...

Taliban source says Swiss couple kidnapped for ransom

Other News Materials 5 July 2011 15:59
A Swiss couple that was kidnapped in Pakistan's south-western province of Balochistan has been moved to the Taliban heartland of South Waziristan near the Afghan border, a rebel source claimed Tuesday.
Taliban source says Swiss couple kidnapped for ransom

A Swiss couple that was kidnapped in Pakistan's south-western province of Balochistan has been moved to the Taliban heartland of South Waziristan near the Afghan border, a rebel source claimed Tuesday.

Olivier David Och, 31, and Daniela Widmer, 28, were abducted on Friday in Loralai district when they entered from the central province of Punjab planning to travel further south-west into Iran, DPA reported.

"Both have been shifted to South Waziristan," said a Taliban commander in the region who spoke on condition of anonymity. South Waziristan is a restive district adjacent to Baluchistan.

He did not say which rebel group had abducted the couple but he confirmed that they had been moved to an area controlled by a pro-government militant commander named Maulvi Nazir.

"A demand of ransom and exchange of some prisoners is coming very soon," he said.

Maulvi Nazir has an agreement with the government under which he focuses only on fighting foreign forces in Afghanistan and avoids attacks inside Pakistan, sources said.

Sohailur Rehman Baloch, top civil administrator in Loralai, refused to confirm the claims that the couple was in rebel custody.

"We are working on the case but there are no clues so far where these Swiss may be. No one has claimed responsibility and no one has demanded any ransom," Baloch said.

"We believe that they might still be in the surrounding areas of Loralai and the kidnappers must be trying to move them into tribal regions. We are keeping an eye on the all exit routes," he added.

Baloch said the couple entered Pakistan on July 28 from India and was on its way to Iran, Turkey and back to Europe.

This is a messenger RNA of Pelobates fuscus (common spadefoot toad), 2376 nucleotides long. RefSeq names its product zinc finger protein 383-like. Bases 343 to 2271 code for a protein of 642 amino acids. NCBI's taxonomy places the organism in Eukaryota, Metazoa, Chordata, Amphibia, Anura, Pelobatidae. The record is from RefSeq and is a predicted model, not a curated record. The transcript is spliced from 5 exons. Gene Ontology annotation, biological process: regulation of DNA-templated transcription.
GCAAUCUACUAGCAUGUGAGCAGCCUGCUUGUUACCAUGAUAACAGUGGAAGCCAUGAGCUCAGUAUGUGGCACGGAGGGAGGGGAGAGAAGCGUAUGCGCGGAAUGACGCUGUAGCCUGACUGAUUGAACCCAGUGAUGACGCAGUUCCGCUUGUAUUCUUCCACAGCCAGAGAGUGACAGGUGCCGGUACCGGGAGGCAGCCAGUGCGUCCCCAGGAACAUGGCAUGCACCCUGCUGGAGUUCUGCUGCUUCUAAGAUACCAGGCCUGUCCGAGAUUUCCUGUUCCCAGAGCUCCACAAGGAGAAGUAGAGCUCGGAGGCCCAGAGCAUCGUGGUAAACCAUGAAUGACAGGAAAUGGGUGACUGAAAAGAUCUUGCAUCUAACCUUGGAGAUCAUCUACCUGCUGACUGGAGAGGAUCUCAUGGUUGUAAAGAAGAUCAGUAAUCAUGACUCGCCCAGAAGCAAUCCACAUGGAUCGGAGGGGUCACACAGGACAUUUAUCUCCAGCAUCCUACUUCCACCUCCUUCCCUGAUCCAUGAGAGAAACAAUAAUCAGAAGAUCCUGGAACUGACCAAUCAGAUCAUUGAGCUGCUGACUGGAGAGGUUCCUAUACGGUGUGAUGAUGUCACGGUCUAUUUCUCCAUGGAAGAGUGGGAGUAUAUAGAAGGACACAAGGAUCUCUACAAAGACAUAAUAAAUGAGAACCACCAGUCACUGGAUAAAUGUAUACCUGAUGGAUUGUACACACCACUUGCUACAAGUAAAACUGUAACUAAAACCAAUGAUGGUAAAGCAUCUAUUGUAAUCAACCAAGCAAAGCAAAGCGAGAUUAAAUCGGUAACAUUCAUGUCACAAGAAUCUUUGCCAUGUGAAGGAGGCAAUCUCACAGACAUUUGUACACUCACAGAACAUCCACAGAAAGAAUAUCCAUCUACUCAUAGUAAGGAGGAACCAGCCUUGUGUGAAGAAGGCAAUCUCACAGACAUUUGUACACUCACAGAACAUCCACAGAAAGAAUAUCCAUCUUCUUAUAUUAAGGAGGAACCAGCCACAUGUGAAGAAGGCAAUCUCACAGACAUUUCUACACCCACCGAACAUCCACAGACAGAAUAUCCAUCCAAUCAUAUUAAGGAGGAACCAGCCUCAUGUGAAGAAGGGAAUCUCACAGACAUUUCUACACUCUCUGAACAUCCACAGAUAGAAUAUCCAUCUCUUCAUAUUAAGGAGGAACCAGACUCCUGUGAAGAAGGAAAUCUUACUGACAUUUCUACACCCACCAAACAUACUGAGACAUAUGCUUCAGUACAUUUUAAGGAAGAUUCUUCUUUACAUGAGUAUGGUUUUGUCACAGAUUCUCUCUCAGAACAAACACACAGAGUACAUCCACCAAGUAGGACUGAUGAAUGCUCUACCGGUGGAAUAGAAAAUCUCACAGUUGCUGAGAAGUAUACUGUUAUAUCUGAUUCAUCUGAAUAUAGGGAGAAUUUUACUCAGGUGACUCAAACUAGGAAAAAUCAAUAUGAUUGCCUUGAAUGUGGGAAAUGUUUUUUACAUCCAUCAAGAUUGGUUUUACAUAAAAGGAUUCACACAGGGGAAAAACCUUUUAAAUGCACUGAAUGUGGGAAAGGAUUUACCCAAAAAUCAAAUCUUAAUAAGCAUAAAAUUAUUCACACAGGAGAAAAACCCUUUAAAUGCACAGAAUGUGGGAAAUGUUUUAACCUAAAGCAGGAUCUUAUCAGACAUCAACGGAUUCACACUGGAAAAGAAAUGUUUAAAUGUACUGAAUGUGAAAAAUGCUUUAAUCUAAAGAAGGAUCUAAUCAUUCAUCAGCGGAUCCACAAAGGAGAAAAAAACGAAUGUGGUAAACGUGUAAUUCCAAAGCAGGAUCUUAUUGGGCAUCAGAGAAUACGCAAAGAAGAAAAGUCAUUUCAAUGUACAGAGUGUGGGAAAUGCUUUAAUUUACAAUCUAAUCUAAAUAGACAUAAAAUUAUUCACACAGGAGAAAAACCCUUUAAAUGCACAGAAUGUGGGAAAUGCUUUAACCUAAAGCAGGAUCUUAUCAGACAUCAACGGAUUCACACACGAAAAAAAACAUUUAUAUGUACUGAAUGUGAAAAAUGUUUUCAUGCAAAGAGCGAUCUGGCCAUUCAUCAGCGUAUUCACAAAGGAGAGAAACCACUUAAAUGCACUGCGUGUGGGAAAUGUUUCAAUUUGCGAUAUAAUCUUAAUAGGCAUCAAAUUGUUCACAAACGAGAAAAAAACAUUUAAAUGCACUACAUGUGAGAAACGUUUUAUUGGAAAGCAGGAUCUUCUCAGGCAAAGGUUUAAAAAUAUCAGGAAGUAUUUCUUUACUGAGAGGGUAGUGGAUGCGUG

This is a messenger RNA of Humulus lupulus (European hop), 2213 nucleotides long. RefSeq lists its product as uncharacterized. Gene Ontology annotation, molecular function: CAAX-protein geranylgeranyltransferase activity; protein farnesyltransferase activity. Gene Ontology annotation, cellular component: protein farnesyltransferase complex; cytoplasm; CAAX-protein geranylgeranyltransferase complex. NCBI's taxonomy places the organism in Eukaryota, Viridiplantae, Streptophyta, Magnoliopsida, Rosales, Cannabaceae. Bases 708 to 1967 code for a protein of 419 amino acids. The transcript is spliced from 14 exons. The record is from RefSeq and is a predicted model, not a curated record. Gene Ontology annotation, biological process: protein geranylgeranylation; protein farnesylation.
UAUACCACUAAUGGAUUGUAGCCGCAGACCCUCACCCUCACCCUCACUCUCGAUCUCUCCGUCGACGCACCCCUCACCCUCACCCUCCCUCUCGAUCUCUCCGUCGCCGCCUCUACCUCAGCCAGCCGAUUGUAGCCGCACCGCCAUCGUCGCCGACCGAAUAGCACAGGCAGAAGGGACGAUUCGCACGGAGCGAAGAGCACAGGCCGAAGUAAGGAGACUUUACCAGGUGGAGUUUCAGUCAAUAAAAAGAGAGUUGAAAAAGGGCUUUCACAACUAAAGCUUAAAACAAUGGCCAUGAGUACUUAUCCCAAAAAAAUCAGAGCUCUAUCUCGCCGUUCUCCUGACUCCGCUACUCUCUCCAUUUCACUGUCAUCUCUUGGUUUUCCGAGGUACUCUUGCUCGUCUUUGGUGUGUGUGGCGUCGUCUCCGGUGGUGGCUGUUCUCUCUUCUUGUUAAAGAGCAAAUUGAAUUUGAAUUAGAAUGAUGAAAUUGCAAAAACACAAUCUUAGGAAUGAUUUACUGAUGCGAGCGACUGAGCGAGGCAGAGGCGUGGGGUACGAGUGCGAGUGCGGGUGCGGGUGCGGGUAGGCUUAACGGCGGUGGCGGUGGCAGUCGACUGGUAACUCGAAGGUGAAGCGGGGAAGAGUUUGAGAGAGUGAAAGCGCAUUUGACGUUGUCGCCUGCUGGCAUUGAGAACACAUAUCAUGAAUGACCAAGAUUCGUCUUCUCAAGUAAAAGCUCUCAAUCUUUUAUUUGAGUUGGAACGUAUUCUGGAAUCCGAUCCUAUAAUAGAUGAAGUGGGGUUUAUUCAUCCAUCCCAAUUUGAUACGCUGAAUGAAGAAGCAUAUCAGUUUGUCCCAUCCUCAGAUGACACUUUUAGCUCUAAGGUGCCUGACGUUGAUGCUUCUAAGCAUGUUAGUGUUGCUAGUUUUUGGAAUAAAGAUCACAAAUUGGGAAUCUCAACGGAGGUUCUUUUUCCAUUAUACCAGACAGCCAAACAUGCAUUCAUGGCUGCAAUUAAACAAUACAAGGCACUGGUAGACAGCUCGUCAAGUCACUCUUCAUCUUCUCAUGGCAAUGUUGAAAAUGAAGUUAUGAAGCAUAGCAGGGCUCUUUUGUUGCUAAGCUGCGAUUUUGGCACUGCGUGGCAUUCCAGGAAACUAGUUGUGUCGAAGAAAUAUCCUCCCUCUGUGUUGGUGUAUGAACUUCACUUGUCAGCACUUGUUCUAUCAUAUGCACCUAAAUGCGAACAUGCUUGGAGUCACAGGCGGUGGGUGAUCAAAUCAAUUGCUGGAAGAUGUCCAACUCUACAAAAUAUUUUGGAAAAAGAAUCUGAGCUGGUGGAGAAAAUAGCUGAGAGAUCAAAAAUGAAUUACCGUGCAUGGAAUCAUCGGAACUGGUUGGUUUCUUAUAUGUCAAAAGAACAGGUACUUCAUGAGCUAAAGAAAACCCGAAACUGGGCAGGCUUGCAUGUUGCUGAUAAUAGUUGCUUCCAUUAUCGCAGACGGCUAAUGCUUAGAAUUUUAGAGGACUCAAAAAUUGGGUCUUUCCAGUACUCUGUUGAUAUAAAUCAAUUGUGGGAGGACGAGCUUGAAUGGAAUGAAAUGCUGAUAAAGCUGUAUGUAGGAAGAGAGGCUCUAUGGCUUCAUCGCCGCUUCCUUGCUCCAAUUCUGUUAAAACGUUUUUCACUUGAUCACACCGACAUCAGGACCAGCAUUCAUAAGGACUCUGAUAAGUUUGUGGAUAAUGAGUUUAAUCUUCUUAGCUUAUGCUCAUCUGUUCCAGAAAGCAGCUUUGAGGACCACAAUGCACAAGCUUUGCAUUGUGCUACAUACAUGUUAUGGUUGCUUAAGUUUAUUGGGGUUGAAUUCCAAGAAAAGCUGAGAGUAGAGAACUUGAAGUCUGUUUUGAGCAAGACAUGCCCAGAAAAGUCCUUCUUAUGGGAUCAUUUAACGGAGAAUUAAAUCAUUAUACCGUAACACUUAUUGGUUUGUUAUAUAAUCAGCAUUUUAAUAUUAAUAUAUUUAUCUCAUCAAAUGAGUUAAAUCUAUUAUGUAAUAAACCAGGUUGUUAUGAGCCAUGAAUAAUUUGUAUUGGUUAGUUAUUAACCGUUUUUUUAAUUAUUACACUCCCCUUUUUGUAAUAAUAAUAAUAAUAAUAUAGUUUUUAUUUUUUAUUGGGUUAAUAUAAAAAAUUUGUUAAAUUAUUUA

"We found their credit cards and a diary where they noted their travel expenditures from a vehicle abandoned after the kidnapping."

Balochistan has been grappling with an insurgency led by nationalists demanding greater control over mineral resources, including natural gas, copper and gold.

Rebels have in the past targeted foreigners to gain international attention. The chief of the UN agency for refugees, John Solecki, was kidnapped in 2009, but released unharmed after two months.

The impoverished province is also believed to have hideouts of Taliban, particularly near the Afghan border. Some media reports have suggested that Taliban supreme leader Mullah Omar could be hiding in the province.

But Taliban fighters have avoided any direct conflict with the Pakistani government in Balochistan. Most of the fighting with Islamist insurgents occurs in the north-western province of Khyber-Pakhtunkhwa and adjacent tribal districts.

Al-Qaeda-linked militants released an Iranian diplomat abducted from Peshawar, the capital of Khyber-Pakhtunkhwa, last year in exchange for several comrades held by Iranian authorities.

Polish engineer Peter Stanczak was kidnapped in Punjab province in September 2008 and beheaded months later when negotiations over ransom and release of prisoners failed.

Tags:
Latest

Latest